On the other end of the scale, Brown, Colgate, Princeton, and Yale each stumbled out of the weekend wondering where all the points went. Bruno only managed one goal while getting swept in the Capital District, ending a four-game unbeaten run (3-0-1). The Raiders’ streaky play continues, as the young squad has now lost four in a row following two ties and two wins. The team practically embodies “streakiness”… here’s the Colgate season to date: Win, three losses, three wins, four games winless, three unbeaten, loss, five wins, two losses, four unbeaten, four losses.
Princeton and Yale each lost their grips on top-four spots, and are now on the outside looking in on the race for a bye. The Tigers fell at home to Clarkson and St. Lawrence in twin 3-2 nail-biters, while Yale lost its third and fourth straight without goalie Jeff Malcolm. The Bulldogs have only topped two goals in a game once in their last half-dozen outings (a 4-2 win over Princeton, in which Malcolm was injured).
Bobcats stumble into the Cleary Cup
Ironically, the night of Quinnipiac’s first loss in over three months – Friday, at home to St. Lawrence – was also the night on which the Bobcats secured their first-ever Cleary Cup as regular-season champions.
The odd turn of events came about by dint of Yale’s 4-2 loss at Union, insuring that the Bulldogs – nor anyone else – could catch the Bobcats before the regular season runs out in two weeks. The Bobcats rebounded with a tight 2-1 victory over Clarkson on Saturday, but Friday’s loss may well have cost QU its No. 1 ranking in the USCHO D-I Poll. For what (little) it’s worth, I kept the ‘Cats atop my ballot, since No. 2 Minnesota and No. 3 Miami each lost on Sunday in the Hockey City Classic, to No. 18 Wisconsin and No. 12 Notre Dame, respectively.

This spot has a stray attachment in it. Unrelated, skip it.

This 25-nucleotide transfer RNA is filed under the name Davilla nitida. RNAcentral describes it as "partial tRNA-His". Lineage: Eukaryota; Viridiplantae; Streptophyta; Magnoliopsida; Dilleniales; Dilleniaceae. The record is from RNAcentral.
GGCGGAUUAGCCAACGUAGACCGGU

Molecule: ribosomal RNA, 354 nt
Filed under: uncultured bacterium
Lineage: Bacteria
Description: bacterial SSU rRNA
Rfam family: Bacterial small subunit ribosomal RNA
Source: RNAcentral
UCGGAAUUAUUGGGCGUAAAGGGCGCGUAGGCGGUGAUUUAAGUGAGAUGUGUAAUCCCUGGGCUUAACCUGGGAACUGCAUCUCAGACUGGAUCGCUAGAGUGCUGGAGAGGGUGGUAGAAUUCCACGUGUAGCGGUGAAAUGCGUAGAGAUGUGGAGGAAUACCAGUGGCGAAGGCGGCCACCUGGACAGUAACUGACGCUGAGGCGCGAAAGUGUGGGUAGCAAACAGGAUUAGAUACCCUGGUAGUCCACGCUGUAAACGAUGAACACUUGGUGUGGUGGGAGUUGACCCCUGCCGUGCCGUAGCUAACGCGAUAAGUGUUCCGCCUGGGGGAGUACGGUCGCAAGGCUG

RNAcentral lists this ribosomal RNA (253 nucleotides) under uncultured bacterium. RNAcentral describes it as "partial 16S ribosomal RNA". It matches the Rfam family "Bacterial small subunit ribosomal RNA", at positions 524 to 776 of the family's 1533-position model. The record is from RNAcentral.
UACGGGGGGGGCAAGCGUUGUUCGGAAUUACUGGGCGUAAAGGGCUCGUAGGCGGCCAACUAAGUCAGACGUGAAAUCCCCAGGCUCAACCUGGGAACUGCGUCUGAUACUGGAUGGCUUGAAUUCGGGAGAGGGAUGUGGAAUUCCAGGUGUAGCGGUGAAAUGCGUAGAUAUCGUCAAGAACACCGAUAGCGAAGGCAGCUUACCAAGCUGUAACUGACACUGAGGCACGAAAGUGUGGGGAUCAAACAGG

The Bobcats are still on top of the PairWise Rankings, which is really all that matters: A few more wins, and fewer losses, should secure QU the top seed in the NCAA tournament next month.
Thanks to some dynamite work on the USCHO Fan Forum by Steven Burek and “FlagDUDE08″ (get me your name, I’ll get you your credit!), we get an excellent breakdown of who can finish where. Feel free to check out the thread; here are the salient points:
- 28 points locks up a bye; 27 may meet the threshold but does not guarantee the bye.
- 24 points insures a home-ice series.
- Quinnipiac has locked up the top seed.
- Rensselaer can finish anywhere between second and 10th.
- St. Lawrence, Union, Yale, and Dartmouth can finish between second and 11th.
- Clarkson, Princeton, and Brown can finish between second and 12th.
- Cornell can finish as high as third, and as low as 12th.